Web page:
It's not that we haven't fought the war in Iraq before, argues David Kilcullen. We have - the U.S. and its allies have dealt with similar conflicts in post-war Germany, in Vietnam, in the Balkans, and even against the IRA. The difference is that, back then, we weren't fighting all of those wars at the same time, on top of each other, tied together at the wrists and kicking.
Kilcullen has worked as an officer and military advisor on the ground in hotspots ranging from East Africa to the jungles of the Philippines. In 2007, he served as Senior Counterinsurgency Advisor to Gen. David Petraeus during the planning and implementation of the Iraq troop "surge". The Accidental Guerrilla describes the situation in Iraq as Kilcullen sees it: a hybrid war that combines the insurgency of the Viet Cong, the challenge of nation-building after years of dictatorship in post-war Germany, the sectarian strife in the Balkans, and the domestic terrorism of the IRA.
The "accidental guerillas" of the title are people who fight not because they hate the West or have any desire to see it overthrown, but because their space has been invaded by a large outside force as it tries to deal with a small, extremist element like al Qaeda - which then manipulates and exploits the backlash against the larger force, thereby creating the "accidental guerillas" and turning them into a loosely cooperative group.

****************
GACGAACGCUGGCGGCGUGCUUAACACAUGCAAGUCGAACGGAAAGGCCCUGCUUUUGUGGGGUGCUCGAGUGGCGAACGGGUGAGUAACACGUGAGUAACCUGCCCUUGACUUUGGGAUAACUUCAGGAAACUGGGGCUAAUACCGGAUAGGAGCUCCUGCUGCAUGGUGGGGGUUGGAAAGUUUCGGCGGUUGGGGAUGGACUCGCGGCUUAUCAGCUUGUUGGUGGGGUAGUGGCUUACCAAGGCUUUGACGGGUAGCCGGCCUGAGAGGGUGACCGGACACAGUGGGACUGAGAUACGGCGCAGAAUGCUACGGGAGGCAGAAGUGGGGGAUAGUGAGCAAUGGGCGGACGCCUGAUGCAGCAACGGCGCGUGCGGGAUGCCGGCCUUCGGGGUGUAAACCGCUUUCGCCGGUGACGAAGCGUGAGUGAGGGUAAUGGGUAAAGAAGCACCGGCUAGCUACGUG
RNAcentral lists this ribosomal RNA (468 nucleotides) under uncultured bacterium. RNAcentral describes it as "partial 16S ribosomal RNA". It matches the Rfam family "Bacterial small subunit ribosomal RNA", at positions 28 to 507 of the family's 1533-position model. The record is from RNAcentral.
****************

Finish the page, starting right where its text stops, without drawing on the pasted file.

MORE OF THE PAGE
Drawing from his experience in Iraq, Afghanistan, and lesser-known conflicts in West Java, East Timor, Pakistan, and southern Thailand, Kilcullen describes a maddening state of affairs where solutions to some problems only deepen others, and the military prowess of the U.S. in high-tech conventional warfare is virtually no help at all. In his final estimation, there are no across-the-board answers to counter-insurgency - only to adapt to the unique challenges of each one, and devote focus to securing the population along with defeating the enemy.
Kilcullen is a contributor to Small Wars Journal and Military Review. He retired from the Australian Army as a lieutenant colonel after twenty years of service. He is currently a counter-terrorism and counter-insurgency advisor to NATO and several governments, including the United States, and a senior fellow at the EastWest Institute.